Cryptic Commands by Steve Rzasa

Book reviews are subjective. I tend to rate books not according to how “perfect” they are, seem to be, or are said to be in general but rather to how perfect they are to me.

Cryptic Commands: A Vincent Chen Novella by Steve Rzasa

My rating: 3 of 5 stars

(Click the title to find the book description/blurb.)

Captain Vincent Chen sees little choice but to help out Izzy, a (beautiful) stowaway spy on the run for her life. Vincent gets caught up in Izzy’s mission to stop a criminal organization from stealing and selling classified data. Vincent, who prefers to work alone, will have to seek help from his fellow comms jockeys to fend off an oncoming raid in Cryptic Commands by author Steve Rzasa.

I didn’t read the book blurbs before starting this Vincent Chen novella or the one before it. The knowledge that it was ChristFic sci-fi and the stunning, electric cover sold me on the first book, and Vincent’s story in the first book sold me on the second—which has another excellent book cover.

Because I’m not the most science-minded reader, it took me a while to really get into this story, where I enjoyed the characters and the bursts of action but got lost in a lot of the in-between technical details about space travel functions and maneuvering. While the bigger themes and deeper questions in the first book hooked me, this second read was more like a general suspense story to me, with perhaps fewer new or wider questions to address. Also, some punctuation errors and places where the present tense narration unintentionally slips into past tense adds minor confusion to the flow.

Still, Vincent has plenty to work out inside of himself, including matters of faith, his convictions, and his unexpected feelings for a woman who has virtually invaded his solitary life. Vincent’s quick and dry humor, even in the midst of danger, is entertaining and refreshing without turning his adventures into a joke, and the events in the last third of the book really took me in their grip.

I’m looking forward to continuing this series.

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Here’s my review of the first Vincent Chen novella, Severed Signals.

 

Severed Signals by Steve Rzasa

Book reviews are subjective. I tend to rate books not according to how “perfect” they are, seem to be, or are said to be in general but rather to how perfect they are to me.

Severed Signals: A Vincent Chen Novella by Steve Rzasa

My rating: 4 of 5 stars

(Click the title to find the book description/blurb.)

Kesek, a secret police agency, has spent many years arresting and killing people of faith, including the uncle of Captain Vincent Chen. Vincent, who sees to interstellar communications ferry maintenance for the Realm of Five, heads down to a colony to check out a malfunction. When he discovers that former Kesek agents are enslaved there, including the agents’ families, Vincent’s comms mission must take a critical turn in Severed Signals: A Vincent Chen Novella by author Steve Rzasa.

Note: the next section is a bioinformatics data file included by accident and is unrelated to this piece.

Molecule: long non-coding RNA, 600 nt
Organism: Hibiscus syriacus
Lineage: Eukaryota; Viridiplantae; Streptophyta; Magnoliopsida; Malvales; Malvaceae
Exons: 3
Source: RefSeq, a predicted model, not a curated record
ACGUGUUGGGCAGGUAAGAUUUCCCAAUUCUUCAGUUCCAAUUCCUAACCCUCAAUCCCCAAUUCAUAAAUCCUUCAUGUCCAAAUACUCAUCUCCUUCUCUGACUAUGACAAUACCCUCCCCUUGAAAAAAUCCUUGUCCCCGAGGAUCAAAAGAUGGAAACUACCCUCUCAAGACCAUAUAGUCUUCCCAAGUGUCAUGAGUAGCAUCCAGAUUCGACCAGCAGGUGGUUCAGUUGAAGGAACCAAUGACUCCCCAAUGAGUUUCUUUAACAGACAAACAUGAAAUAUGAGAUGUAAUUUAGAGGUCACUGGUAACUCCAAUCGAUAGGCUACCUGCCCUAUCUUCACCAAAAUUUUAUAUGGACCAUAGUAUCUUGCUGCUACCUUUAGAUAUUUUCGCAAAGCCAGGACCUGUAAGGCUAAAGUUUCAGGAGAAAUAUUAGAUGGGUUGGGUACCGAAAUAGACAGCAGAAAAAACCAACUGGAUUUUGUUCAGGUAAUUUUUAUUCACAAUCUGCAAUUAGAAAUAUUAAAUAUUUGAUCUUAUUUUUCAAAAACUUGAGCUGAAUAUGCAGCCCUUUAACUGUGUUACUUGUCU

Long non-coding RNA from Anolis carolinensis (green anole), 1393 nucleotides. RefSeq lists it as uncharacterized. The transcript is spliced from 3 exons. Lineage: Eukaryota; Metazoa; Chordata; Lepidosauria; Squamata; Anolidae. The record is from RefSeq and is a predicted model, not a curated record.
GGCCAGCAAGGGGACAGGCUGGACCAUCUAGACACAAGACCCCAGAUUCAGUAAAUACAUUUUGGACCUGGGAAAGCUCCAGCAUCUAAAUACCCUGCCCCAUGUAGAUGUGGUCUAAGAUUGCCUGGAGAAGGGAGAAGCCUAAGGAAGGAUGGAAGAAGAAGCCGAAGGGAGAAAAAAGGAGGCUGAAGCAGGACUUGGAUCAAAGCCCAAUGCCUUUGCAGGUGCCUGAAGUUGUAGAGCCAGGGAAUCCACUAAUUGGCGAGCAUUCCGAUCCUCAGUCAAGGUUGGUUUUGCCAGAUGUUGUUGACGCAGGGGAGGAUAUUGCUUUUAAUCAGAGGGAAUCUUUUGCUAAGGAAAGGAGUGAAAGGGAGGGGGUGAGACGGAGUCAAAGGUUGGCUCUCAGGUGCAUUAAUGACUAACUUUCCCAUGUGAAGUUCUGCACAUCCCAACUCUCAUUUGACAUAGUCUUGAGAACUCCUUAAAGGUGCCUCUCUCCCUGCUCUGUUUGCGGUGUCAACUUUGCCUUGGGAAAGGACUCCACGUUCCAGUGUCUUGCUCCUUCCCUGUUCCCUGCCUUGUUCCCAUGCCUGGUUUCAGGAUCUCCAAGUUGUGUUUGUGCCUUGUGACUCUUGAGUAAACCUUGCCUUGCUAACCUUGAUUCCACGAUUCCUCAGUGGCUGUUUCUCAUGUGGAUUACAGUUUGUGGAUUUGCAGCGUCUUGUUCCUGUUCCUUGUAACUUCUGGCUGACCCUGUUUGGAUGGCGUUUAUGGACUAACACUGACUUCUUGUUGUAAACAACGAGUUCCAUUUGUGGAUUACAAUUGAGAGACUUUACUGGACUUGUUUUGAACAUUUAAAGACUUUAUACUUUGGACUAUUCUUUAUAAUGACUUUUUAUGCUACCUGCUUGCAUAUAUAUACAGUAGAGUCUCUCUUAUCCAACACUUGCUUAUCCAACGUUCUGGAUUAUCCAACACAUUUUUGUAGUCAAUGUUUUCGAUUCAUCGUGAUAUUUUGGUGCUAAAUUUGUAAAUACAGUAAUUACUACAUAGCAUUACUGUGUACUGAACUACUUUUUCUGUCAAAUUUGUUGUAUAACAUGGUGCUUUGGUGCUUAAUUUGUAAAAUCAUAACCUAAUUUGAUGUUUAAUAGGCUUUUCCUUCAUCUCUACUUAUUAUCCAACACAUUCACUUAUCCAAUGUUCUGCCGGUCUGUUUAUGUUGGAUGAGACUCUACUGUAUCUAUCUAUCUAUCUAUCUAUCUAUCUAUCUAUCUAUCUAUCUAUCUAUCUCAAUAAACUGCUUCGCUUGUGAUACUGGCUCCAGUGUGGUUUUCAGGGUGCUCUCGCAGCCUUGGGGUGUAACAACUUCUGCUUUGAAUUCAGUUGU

This is a new-to-me author, but no, I didn’t read the book blurb beforehand. Stumbled across the book, liked its cover, grabbed the book, jumped right in.

Now, even with all my past years of watching Star Trek, I’m still pretty much a newbie when it comes to science fiction reads, especially space operas. While I was interested in Vincent’s musings about his personal life in the first couple of chapters, I had trouble wrapping my head around all of his techno talk. Feeling at sea, I applied the practice I took up back when I started my first Jane Austen novel at thirteen. “Keep reading till it clicks.”

At the end of this novella’s second chapter: CLICK.

I became engrossed in the story’s themes of grief, seclusion, justice, recompense, vengeance, and the price of revenge. While I’m sometimes turned off by characters if they spread on the snark too thick, I could roll with Vincent. He’s quick and droll, has some unpredictability, isn’t incapable of recognizing when he’s being a jerk, and his areas of pain make him all the more relatable.

Although Vincent tells his story in the present, his narration slips into past tense a few times when it shouldn’t, but it’s not a big deal.

Here’s an engaging fusion of intrigue and action on the sci-fi front, with substance on the human-story front. A great series opening.

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Here’s my review of Book Two in the Vincent Chen series, Cryptic Commands.